Not going to sugarcoat it — this morning’s coffee is a bit stronger than last week’s brew and a little more Irish in nature if you catch what I am saying. It has been another long, turbulent week in the financial markets which has led to another record-breaking development. If you recall, last week’s market price action led to the fastest market correction in history and now this week investors had to contend, and be spooked, with record lows in U.S. interest rates. But, to be honest, our Investment Committee did not find these events surprising as we’ve been highly vocal of the economic slowdown that began in Q1 of 2018; the euphoric sentiment across market participants; and the volatility that ensues during growth rate inflections. In historical context, the market price action, while more sizable in magnitude this time around, is quite common during these periods of changes in economic growth rates. Nonetheless, periods of outsized volatility, especially during unforecastable events such as Coronavirus, leave investors anxious and uncomfortable as the majority of investments are sold in preference for risk stability assets.
Over coffee today, I am going to highlight the importance of why having an allocation to risk stability securities is paramount during times of economic uncertainty, event-driven shocks, and market drawdowns. So grab your cup of coffee as we dive through the importance of why risk stability securities play an integral role, not only in your financial plan, but your portfolio construction process.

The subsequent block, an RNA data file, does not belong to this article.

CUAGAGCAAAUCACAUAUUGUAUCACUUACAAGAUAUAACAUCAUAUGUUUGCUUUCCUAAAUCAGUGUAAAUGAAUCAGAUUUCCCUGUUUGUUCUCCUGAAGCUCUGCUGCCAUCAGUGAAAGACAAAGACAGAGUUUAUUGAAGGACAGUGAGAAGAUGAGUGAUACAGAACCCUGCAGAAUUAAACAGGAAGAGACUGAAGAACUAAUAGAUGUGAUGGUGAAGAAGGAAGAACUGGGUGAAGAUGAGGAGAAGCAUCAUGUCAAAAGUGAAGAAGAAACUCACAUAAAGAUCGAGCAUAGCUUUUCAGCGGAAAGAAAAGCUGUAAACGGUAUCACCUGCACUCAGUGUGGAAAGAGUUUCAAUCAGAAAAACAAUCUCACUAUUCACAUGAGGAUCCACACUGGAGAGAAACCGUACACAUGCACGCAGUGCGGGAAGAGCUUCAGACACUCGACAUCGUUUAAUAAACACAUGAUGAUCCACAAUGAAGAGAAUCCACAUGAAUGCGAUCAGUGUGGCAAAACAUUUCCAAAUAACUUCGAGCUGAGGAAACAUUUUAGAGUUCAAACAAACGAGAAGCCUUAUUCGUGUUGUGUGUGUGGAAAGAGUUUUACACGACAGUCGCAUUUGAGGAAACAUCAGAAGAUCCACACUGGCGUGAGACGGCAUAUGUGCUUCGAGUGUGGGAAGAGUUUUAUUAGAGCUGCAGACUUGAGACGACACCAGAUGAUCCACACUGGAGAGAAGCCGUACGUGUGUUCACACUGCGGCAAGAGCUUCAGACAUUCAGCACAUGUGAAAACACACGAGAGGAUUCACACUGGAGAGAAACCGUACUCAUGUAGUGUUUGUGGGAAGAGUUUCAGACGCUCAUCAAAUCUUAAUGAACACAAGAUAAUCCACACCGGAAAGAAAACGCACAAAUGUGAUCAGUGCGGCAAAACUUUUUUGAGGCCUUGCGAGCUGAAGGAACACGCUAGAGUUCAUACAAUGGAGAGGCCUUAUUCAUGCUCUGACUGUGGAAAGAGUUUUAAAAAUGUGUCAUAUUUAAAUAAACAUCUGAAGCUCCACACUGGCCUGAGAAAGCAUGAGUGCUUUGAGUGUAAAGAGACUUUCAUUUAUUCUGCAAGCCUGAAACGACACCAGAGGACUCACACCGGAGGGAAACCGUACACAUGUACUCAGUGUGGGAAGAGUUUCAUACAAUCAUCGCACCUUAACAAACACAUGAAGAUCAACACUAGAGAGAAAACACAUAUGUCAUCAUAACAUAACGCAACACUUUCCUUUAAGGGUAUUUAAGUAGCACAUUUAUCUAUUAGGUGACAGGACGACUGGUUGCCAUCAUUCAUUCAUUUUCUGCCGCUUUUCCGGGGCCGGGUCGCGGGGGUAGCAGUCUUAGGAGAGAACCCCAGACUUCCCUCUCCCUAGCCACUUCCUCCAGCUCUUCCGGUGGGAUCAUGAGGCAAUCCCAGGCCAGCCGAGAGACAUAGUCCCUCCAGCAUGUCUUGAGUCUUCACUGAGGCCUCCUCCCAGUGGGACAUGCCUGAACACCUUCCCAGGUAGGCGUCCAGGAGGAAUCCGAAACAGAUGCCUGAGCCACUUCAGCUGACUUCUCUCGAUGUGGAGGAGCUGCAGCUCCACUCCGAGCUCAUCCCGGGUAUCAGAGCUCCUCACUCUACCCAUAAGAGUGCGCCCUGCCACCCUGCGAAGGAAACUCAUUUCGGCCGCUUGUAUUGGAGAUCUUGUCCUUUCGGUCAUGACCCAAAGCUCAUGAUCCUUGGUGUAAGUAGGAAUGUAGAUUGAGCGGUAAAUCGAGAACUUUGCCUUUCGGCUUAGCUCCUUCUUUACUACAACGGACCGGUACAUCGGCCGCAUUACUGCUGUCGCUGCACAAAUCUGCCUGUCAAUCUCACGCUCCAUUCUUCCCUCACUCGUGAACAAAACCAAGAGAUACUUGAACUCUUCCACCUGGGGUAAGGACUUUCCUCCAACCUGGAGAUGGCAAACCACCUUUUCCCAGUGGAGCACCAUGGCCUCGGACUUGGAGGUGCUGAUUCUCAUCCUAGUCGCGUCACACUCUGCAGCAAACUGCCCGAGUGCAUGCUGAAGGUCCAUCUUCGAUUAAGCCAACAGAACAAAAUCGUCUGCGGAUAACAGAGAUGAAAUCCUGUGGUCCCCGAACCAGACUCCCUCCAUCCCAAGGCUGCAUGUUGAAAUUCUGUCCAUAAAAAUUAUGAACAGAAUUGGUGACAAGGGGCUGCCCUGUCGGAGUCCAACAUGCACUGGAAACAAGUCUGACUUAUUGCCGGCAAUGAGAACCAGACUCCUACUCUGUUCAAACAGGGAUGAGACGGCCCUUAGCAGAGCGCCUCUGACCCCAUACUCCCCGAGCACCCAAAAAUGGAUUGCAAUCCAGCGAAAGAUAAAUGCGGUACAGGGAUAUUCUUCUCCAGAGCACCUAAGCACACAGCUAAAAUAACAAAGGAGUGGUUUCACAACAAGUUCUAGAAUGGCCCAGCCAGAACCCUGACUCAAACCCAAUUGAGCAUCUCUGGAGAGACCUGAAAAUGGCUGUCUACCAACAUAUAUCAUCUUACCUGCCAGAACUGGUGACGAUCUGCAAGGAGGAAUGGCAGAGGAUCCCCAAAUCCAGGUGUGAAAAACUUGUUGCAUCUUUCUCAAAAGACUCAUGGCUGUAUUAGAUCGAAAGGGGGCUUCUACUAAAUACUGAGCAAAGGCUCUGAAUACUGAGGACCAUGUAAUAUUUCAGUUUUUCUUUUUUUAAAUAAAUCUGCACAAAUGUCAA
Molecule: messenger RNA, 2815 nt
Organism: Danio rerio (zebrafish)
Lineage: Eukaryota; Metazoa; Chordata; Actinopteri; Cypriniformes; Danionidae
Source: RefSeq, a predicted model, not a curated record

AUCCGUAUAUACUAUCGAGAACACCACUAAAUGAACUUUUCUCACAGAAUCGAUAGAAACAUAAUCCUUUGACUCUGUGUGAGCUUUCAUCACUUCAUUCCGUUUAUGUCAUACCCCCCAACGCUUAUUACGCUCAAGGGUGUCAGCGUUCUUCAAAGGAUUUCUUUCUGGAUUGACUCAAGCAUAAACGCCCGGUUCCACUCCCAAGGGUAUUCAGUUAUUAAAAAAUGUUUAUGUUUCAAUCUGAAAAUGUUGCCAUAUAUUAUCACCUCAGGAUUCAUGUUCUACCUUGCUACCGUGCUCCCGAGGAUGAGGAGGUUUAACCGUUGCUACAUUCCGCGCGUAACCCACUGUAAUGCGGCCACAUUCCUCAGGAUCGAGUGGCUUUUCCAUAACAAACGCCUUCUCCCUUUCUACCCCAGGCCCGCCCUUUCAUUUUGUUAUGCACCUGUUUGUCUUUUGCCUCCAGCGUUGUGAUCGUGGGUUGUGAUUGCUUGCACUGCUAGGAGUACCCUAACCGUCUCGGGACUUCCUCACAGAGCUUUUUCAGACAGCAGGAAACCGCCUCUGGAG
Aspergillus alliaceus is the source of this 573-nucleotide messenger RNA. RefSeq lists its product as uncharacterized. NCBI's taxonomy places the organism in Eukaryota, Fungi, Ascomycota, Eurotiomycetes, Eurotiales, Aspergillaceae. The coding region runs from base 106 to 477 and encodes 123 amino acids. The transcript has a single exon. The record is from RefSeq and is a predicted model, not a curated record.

For the high-speed espresso drinkers, here is a quick bullet point synopsis:
- US Treasury yields and mortgage yields hit record lows
- Risk Stability Assets are the only securities that buffered your portfolio
- Spikes in risks lead to spikes in correlation
- Maintain faith in your financial plan
Before we dive into the meaning of risk stability investments, it is important to take a step back and recognize the beginning foundation of investment portfolio construction. In the 1950’s a brilliant man, and Noble Prize-winning economist, Harry Markowitz, introduced a new concept on how to design investment portfolios known as Modern Portfolio Theory (MPT). His concept not only revolutionized our industry, but gave us the tools to mathematically model an investor’s risk tolerance and reward expectations. While the scope of our conversation is more focused on the concept rather than the mechanics, it is important to understand the two main principal components that MPT relies on for portfolio construction: return expectations and the risk expected per investment. The goal is to design an investment program by combining a multitude of investments in the aim to maximize the amount of return one can achieve while minimizing the level of risk associated. In sum, it allowed us to assess how much risk an investor is willing to take at the desired level of return they are wanting to achieve. As you will see in the chart below, there has been an indisputable relationship between the return achieved relative to the risk taken. This method of investment portfolio construction has been the bedrock for investment practitioners alike in the latter part of the 20th century and is still widely used today.